Account By Private Tom Renouf - Attack on Hubermont
The Ardennes, January 1945
The following account is by Private Tom Renouf, of 7 Platoon of "A" Company, 5th Black Watch. Dr. Tom Renouf is the Secretary of the 51st Highland Division Veterans Association. His account picks up the operation on the 12th January 1945.
"We were transported by troop carriers along the main approach road to La Roche. I remember disembarking from the carriers and setting off on a march of a few miles. It was mid-morning, there was snow on the ground but the skies were clear-blue and the sun was shining at this time. As we were approaching La Roche there was the sound of distant gunfire but we did not suffer any shelling. Our platoon sergeant was Sgt. Bob Fowler, DCM, an outstanding soldier and a great leader. There was no platoon officer, because our officers were ambushed when out on recce in Opheusden (Holland) on 28th November, 1944. Bob ordered us to march in staggered sections - he always did things the correct way. As we approached La Roche the skies began to fill with clouds and soon it began to snow. The snowflakes were very very large. One of my section, Milligan, carrying the Piat bombs kept falling behind and I had to tell him to keep up. We entered La Roche from the high ground, the road bounded on our right by cliffs. I will never forget the sight of the town. It was completely demolished. All the buildings it seemed were razed to the ground, with a few chimneystacks sticking out of the rubble. It was worse than most of the towns in Normandy - rather of the devastation like Caen. The Royal Engineers were working in the town centre, trying to clear the rubble and open the road. As we moved through the centre of town it was snowing quite hard (with big flakes) and the snow on the ground was getting visibly thicker. Another sight I will never forget was three Derbyshire Yeoman walking towards us, the one in the centre with his head covered by blood stained bandages and being led by the others. This might have been the crew of the reconnaissance car, which was blown up by a mine, but there were more Derbyshire Yeomanry casualties to be seen. Our march towards the Start Line was punctuated with stops and starts".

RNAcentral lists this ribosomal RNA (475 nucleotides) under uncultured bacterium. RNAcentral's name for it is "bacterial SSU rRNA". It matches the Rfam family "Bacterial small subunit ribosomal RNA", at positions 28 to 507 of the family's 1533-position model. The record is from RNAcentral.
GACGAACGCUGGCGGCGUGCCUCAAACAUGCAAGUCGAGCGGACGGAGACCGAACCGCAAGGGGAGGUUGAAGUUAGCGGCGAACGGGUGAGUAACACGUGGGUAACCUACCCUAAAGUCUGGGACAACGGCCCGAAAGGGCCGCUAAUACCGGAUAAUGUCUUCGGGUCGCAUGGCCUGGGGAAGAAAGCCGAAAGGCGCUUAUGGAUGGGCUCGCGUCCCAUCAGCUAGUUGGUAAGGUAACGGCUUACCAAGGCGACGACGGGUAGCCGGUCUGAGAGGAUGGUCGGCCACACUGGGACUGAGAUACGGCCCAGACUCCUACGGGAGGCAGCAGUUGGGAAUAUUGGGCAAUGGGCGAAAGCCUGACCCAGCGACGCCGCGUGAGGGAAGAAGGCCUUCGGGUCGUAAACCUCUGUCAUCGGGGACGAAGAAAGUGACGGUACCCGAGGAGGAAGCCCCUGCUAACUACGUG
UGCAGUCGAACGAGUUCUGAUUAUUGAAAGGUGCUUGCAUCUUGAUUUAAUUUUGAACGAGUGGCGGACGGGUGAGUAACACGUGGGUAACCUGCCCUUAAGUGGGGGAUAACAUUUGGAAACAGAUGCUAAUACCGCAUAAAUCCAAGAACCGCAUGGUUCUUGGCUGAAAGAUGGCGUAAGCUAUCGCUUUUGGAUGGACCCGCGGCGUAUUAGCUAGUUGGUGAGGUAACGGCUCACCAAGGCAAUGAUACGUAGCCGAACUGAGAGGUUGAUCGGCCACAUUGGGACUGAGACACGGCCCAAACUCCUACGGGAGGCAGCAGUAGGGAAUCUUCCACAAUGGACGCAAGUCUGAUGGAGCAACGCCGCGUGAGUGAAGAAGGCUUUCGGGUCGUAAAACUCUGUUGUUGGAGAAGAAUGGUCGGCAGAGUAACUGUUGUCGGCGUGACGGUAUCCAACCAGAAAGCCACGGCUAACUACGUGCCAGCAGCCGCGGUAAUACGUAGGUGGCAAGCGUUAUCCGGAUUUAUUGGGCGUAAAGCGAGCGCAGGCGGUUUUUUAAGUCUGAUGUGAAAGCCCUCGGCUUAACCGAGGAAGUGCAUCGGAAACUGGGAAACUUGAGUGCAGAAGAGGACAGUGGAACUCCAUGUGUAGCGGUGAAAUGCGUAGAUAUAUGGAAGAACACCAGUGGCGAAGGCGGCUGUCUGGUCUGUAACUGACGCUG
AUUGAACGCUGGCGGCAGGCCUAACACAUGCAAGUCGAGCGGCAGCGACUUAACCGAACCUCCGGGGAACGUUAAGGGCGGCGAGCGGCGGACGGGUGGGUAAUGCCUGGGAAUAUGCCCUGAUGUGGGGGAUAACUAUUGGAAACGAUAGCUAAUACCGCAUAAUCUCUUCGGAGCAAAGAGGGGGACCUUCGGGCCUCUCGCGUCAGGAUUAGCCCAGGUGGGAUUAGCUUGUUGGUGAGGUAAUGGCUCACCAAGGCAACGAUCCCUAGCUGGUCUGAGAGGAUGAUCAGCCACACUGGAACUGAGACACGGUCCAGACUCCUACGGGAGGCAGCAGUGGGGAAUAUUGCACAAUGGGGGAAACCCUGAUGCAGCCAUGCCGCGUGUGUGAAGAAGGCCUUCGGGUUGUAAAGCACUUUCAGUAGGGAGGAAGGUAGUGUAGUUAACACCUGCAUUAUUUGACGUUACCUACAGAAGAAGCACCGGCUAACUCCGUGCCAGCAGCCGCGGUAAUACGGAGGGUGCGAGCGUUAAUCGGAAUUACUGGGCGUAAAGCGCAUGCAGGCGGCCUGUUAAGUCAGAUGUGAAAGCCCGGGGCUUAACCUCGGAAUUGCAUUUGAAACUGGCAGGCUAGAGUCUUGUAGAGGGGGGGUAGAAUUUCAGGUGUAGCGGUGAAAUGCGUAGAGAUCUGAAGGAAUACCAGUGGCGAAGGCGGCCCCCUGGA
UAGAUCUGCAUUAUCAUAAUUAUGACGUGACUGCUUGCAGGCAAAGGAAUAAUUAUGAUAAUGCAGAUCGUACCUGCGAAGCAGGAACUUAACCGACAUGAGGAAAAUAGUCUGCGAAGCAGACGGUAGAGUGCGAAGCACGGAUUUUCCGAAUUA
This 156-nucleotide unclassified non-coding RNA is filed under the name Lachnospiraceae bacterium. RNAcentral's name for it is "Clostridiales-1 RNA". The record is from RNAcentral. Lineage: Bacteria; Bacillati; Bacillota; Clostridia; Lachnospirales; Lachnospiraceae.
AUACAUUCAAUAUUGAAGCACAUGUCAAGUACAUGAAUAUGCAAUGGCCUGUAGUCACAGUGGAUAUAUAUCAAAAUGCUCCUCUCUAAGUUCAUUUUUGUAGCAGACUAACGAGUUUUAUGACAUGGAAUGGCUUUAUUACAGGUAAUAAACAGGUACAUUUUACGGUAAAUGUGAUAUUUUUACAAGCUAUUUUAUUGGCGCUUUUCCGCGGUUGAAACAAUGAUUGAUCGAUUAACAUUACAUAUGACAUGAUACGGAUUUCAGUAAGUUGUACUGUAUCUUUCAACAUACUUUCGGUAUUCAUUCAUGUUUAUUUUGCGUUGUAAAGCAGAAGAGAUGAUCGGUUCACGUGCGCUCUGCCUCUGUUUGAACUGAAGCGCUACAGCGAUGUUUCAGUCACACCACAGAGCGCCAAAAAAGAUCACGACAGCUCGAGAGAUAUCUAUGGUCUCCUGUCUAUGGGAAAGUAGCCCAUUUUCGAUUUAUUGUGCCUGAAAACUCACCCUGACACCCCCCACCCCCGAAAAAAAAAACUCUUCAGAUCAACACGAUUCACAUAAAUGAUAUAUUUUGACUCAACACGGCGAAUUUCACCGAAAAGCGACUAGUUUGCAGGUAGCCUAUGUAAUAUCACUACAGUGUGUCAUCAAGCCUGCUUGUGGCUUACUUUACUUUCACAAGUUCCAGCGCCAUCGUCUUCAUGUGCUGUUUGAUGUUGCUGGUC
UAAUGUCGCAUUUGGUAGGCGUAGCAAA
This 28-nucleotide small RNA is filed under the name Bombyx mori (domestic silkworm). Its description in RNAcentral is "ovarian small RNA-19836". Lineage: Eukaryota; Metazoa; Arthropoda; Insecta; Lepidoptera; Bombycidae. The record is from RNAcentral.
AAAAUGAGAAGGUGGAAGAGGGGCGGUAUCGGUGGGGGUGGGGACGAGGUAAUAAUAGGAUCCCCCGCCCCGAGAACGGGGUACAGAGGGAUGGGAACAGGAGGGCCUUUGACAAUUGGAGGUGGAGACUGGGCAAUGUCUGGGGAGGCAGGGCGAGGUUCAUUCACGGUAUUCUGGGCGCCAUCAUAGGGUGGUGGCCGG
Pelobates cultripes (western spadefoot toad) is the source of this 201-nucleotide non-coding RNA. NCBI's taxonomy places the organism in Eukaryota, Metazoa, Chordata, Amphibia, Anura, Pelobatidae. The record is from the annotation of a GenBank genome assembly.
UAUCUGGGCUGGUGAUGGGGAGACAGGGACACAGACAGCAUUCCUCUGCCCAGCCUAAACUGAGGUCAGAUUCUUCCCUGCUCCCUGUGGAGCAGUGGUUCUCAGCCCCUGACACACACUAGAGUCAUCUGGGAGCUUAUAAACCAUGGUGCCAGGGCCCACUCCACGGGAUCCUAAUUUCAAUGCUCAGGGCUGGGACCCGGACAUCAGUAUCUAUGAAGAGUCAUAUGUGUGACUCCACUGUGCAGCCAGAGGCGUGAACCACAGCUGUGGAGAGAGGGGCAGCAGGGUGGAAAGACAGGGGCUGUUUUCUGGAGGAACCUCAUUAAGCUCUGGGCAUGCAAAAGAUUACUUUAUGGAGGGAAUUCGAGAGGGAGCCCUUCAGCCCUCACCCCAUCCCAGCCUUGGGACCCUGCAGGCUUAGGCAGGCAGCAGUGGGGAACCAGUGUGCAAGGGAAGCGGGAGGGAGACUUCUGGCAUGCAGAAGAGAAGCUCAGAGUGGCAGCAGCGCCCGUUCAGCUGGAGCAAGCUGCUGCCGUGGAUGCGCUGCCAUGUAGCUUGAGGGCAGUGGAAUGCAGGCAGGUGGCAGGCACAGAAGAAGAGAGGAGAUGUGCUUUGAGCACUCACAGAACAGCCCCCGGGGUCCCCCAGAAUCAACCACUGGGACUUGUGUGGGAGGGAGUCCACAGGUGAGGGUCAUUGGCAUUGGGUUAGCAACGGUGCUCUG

"We moved out of La Roche uphill into the forests. It was about 1400 hours, the sky was heavy with clouds, it was now a dark day, with snow still falling. We travelled up this road for about one and a half miles, 'A' Company now in the lead, but not our platoon. There were many stops and starts and there were a few shells coming into our direction. By this time we were beginning to feel the cold.
Map showing the details of the 5th Black watch attack on Hubermont. The attack took place the night of 12-13 January showing the initial (1) and final (2) company positions.
The leading section reached the open ground and was making to the Fme du Vivier when they were fired upon by an enemy tank. One man, Alexander Close, was killed others were wounded but the section was able to withdraw. The Company was deployed in defensive positions and told to 'dig in'. The ground, however, was too hard to dig slit trenches. So we had to lay down in the snow among the trees, seeking what cover we could find. By now it was beginning to darken. Our platoon was deployed on the left hand side of the road, where we were mortar bombed. Since we had no adequate protection from slit trenches, several of the platoon were hit (Stan Suskins for the third time). The farm building was shelled by our artillery. An attack was mounted, but the odds were uneven - it was 'A' Company against enemy armour - and the attack was unsuccessful. Later that night a further attack on the farm was made, but it was found abandoned by the enemy. We heard the enemy tanks pulling out".